The Key: Abstraction, embodiment, and proper distance within the virtual home
Film and Screen Media, University College Cork
The emergence of virtual reality (VR) humanitarian filmmaking as a genre over the past ten years has generated a large body of critical debate around the efficacy and ethics of VR as a tool for generating empathy towards marginalised communities. Whilst numerous studies have indicated the potential for VR to impact empathy levels of end users, there have been recurrent critiques of the power dynamics of VR production, as well as the value of empathy as a means of producing social change. Lacking in these discussions has been a detailed consideration of VR aesthetics and the extent to which stylistic strategies impact audience positioning. Through the example of the animated VR experience The Key (Celine Tricart, 2019), this article will explore experience design in the context of ethical debates around humanitarian VR. As an interactive, narrative experience that addresses themes of loss and displacement, The Key can be productively analysed in relation to both VR ethics and wider cultural understandings of home and belonging. Responding to ethical debates around proximity within immersive experiences, the article will examine aesthetic strategies within The Key for ensuring what Roger Silverstone has labelled “proper distance” between the user and the virtually represented space. Through its use of visual abstraction and simplification, as well as the limited physical interaction it affords with its virtual world, the virtual home of The Key will be understood as a site of resistance to universalising narratives of home, one which invites critical reflection on the factors that determine our access to shelter.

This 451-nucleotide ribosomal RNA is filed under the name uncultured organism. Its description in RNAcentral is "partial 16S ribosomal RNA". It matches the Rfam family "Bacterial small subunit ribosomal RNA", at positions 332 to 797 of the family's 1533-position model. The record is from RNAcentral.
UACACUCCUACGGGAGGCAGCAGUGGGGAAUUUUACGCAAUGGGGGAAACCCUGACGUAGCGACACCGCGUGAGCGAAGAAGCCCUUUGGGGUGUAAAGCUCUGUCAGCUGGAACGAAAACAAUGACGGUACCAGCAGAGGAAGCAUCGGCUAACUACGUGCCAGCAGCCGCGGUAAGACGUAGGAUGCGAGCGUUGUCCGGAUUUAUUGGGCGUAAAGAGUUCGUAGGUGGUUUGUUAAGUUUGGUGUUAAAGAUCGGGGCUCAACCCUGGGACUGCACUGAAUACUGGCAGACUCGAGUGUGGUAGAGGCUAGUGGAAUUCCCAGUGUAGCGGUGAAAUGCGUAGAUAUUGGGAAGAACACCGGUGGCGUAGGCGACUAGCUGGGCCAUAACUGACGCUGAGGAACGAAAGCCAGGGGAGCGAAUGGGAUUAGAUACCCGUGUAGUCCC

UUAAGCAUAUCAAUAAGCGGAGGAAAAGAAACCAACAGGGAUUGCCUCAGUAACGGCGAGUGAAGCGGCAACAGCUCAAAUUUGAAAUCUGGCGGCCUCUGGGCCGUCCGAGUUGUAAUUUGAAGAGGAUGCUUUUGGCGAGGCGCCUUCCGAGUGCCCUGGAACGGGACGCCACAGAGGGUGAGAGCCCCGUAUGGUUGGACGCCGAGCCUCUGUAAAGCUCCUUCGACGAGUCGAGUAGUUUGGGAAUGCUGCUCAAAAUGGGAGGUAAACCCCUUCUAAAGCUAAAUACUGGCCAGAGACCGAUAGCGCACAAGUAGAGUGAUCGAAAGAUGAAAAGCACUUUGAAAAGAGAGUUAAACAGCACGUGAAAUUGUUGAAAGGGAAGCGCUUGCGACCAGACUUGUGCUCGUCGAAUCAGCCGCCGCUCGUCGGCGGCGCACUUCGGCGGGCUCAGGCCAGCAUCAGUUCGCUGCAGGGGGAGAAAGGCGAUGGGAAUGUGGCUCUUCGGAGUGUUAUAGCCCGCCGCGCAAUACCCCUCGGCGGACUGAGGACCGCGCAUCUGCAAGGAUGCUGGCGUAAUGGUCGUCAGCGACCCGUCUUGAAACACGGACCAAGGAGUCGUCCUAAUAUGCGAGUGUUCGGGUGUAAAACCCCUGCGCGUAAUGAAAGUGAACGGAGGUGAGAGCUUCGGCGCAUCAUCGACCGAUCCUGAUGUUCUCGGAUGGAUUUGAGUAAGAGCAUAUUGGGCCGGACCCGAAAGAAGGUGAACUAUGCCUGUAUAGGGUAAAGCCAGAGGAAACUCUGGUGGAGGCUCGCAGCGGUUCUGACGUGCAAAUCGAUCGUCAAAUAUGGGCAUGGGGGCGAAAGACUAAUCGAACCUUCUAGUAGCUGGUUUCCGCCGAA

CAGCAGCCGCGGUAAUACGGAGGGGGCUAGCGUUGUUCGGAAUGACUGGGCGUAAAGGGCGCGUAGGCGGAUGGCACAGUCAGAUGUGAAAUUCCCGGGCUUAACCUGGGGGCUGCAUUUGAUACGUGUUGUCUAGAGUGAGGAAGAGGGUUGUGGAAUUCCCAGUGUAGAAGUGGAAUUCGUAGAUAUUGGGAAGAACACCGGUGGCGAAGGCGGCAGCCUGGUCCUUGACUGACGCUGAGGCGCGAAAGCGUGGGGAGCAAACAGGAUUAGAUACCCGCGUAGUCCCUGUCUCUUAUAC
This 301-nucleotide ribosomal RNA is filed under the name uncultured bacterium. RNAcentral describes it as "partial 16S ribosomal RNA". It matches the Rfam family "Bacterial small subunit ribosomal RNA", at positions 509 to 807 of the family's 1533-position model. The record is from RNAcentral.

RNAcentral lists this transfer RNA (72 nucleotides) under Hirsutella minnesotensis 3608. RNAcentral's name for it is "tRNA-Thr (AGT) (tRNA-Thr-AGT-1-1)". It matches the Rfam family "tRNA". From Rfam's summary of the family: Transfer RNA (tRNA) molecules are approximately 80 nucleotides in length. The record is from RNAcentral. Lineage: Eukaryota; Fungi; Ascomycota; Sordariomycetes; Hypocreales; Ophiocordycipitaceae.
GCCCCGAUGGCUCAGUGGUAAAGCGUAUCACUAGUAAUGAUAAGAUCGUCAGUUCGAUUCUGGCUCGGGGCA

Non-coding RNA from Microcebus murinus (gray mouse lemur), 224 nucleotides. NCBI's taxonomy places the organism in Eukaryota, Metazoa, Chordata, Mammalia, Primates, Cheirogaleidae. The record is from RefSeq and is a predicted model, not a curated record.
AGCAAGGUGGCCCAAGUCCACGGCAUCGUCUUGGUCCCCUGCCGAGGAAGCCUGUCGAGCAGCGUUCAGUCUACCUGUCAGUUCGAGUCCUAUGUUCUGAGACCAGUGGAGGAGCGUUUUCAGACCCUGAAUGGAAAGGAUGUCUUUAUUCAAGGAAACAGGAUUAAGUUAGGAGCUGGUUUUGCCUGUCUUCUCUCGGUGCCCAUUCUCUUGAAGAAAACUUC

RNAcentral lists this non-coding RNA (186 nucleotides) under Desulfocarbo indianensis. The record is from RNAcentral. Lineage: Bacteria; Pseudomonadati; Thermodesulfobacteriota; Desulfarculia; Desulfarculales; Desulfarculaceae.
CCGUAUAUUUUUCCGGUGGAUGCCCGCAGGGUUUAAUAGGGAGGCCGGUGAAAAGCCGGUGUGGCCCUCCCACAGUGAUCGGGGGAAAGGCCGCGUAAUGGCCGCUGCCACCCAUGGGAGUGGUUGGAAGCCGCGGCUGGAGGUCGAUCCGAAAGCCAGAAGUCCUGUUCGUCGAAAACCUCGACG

Virtual reality , Empathy , Documentary , Aesthetics , Home
Holohan, C. (2024) 'The Key: Abstraction, embodiment, and proper distance within the virtual home', Alphaville: Journal of Film and Screen Media, 26, pp. 141-153. doi: https://doi.org/10.33178/alpha.26.09